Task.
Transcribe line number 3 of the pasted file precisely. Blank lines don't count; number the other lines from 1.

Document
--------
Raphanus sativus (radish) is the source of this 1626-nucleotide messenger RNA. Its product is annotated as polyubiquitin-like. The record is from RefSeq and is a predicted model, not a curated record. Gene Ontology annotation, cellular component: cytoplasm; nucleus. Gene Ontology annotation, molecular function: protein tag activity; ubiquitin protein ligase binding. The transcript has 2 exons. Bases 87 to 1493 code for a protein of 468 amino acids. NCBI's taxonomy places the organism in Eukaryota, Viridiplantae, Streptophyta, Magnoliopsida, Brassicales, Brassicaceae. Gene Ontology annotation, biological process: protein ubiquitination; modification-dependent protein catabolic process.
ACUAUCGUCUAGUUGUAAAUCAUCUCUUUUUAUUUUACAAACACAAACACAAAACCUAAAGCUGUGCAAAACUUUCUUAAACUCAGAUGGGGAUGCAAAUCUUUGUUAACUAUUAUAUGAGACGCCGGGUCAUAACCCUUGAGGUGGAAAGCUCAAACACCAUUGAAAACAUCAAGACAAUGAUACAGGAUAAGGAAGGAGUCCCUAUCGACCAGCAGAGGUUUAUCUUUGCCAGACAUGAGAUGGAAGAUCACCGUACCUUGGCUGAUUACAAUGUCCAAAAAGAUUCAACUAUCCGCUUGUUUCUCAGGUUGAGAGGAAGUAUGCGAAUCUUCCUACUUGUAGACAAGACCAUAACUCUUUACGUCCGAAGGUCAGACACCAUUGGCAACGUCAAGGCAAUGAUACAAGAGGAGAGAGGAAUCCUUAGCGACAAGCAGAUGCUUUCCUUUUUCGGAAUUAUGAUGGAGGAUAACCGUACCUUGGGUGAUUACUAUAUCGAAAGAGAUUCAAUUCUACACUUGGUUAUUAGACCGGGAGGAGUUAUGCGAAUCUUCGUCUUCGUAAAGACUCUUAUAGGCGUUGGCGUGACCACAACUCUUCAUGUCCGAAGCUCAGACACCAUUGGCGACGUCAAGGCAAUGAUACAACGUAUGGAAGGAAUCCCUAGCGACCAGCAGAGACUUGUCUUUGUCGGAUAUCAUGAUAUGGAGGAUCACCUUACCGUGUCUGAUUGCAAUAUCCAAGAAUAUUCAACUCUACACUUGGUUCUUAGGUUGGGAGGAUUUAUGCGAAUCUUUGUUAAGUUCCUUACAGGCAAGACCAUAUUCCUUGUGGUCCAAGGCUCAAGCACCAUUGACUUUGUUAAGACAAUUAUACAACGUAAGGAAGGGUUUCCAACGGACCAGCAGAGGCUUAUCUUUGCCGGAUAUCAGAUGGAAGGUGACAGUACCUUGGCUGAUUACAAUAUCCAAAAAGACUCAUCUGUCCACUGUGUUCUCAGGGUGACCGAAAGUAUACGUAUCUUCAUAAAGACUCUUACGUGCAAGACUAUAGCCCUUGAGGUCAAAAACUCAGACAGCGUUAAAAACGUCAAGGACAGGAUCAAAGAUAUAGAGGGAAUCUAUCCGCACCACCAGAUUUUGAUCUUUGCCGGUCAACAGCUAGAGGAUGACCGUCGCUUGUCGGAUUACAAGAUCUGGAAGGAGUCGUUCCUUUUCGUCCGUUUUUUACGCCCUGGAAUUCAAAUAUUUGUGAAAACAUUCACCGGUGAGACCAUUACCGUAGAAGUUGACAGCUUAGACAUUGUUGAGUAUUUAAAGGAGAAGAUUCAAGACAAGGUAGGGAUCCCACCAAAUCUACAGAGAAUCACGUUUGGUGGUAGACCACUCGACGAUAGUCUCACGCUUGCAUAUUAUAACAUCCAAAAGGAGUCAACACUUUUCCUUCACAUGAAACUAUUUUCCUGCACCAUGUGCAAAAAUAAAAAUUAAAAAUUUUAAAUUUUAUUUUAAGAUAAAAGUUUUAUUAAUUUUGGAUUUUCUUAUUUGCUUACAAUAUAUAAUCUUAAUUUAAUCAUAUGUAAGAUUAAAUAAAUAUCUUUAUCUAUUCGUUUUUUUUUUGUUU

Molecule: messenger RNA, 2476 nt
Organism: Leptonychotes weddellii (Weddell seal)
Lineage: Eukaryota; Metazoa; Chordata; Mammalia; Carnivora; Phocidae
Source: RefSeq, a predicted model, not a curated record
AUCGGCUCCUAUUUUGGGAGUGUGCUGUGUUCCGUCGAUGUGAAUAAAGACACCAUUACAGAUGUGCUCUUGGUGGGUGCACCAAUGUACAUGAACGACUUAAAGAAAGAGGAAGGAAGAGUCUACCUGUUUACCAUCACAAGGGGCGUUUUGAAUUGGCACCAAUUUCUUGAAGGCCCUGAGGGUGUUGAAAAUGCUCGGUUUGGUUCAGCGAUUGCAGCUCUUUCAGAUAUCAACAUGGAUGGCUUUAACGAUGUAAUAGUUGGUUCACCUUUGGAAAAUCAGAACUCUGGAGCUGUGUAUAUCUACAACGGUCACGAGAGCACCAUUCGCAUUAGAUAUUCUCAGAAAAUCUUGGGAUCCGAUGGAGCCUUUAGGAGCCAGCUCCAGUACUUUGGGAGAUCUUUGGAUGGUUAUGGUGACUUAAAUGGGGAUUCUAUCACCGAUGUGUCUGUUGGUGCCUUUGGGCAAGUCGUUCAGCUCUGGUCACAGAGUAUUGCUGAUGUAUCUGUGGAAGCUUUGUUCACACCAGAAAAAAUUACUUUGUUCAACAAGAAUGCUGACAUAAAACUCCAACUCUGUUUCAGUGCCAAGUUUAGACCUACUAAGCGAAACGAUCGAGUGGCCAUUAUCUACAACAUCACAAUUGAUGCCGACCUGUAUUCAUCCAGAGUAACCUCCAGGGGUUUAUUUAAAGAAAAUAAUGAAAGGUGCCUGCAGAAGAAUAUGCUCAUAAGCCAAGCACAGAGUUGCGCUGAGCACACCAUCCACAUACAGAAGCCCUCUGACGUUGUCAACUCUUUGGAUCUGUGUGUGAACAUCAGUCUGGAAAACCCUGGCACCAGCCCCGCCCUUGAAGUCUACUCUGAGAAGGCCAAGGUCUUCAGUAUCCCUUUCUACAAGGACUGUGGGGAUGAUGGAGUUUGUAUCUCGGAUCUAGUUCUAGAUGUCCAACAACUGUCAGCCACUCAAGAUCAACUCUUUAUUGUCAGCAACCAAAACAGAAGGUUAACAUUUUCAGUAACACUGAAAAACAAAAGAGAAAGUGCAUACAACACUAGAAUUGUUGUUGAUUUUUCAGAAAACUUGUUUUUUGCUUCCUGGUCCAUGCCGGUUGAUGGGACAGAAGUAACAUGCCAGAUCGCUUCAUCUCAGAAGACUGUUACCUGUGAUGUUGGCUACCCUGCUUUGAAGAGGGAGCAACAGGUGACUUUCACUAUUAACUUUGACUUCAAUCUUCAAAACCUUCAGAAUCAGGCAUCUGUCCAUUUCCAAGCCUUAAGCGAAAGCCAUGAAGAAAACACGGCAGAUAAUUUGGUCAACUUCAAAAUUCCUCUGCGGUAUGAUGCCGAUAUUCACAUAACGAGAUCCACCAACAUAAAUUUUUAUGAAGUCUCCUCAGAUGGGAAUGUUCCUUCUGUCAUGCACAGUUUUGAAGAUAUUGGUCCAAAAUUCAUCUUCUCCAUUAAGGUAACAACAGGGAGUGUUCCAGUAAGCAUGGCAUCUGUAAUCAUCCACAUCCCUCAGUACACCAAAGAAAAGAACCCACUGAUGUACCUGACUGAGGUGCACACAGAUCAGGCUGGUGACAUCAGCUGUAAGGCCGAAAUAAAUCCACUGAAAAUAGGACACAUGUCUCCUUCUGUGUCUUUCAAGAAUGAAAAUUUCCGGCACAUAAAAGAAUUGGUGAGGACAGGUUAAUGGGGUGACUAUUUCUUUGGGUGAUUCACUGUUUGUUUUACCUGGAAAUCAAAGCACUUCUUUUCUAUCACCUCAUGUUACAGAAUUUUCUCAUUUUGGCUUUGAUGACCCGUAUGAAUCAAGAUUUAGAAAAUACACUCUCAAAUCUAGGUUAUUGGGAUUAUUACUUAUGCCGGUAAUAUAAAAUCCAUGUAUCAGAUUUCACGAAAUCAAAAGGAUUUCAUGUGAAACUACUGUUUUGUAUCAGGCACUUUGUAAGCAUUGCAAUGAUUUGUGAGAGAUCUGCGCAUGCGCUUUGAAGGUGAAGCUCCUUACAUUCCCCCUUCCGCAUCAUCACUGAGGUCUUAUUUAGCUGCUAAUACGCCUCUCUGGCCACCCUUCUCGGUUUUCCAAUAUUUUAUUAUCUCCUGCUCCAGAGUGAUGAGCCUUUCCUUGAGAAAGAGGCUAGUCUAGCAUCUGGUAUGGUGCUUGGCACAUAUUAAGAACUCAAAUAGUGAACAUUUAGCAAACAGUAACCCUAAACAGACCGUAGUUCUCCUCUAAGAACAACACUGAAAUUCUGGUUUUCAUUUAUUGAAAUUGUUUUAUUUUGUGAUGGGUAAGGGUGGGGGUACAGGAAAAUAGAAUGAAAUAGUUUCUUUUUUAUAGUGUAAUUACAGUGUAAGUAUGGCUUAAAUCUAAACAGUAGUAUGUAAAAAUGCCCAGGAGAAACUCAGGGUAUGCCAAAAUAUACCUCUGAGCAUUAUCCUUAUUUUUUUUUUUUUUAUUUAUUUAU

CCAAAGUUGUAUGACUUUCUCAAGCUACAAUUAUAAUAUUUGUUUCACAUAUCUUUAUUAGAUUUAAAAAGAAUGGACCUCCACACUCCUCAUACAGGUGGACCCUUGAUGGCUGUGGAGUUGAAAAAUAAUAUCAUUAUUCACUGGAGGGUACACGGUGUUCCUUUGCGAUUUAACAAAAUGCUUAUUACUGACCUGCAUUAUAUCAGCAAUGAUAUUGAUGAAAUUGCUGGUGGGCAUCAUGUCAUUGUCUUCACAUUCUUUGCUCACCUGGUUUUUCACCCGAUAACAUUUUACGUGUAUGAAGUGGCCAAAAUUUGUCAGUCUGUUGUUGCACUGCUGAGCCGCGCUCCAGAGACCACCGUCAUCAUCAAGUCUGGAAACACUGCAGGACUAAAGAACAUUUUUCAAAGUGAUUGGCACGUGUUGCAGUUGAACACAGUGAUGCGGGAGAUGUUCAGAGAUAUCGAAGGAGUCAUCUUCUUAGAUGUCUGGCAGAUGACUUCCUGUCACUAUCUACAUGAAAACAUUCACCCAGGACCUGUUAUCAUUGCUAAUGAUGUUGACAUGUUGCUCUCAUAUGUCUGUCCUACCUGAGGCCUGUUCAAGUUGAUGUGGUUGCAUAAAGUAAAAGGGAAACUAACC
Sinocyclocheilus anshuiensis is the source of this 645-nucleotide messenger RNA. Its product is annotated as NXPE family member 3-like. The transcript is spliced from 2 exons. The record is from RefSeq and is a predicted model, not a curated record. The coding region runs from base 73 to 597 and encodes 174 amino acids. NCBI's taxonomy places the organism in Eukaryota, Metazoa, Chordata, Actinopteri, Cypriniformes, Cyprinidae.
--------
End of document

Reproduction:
Molecule: messenger RNA, 2476 nt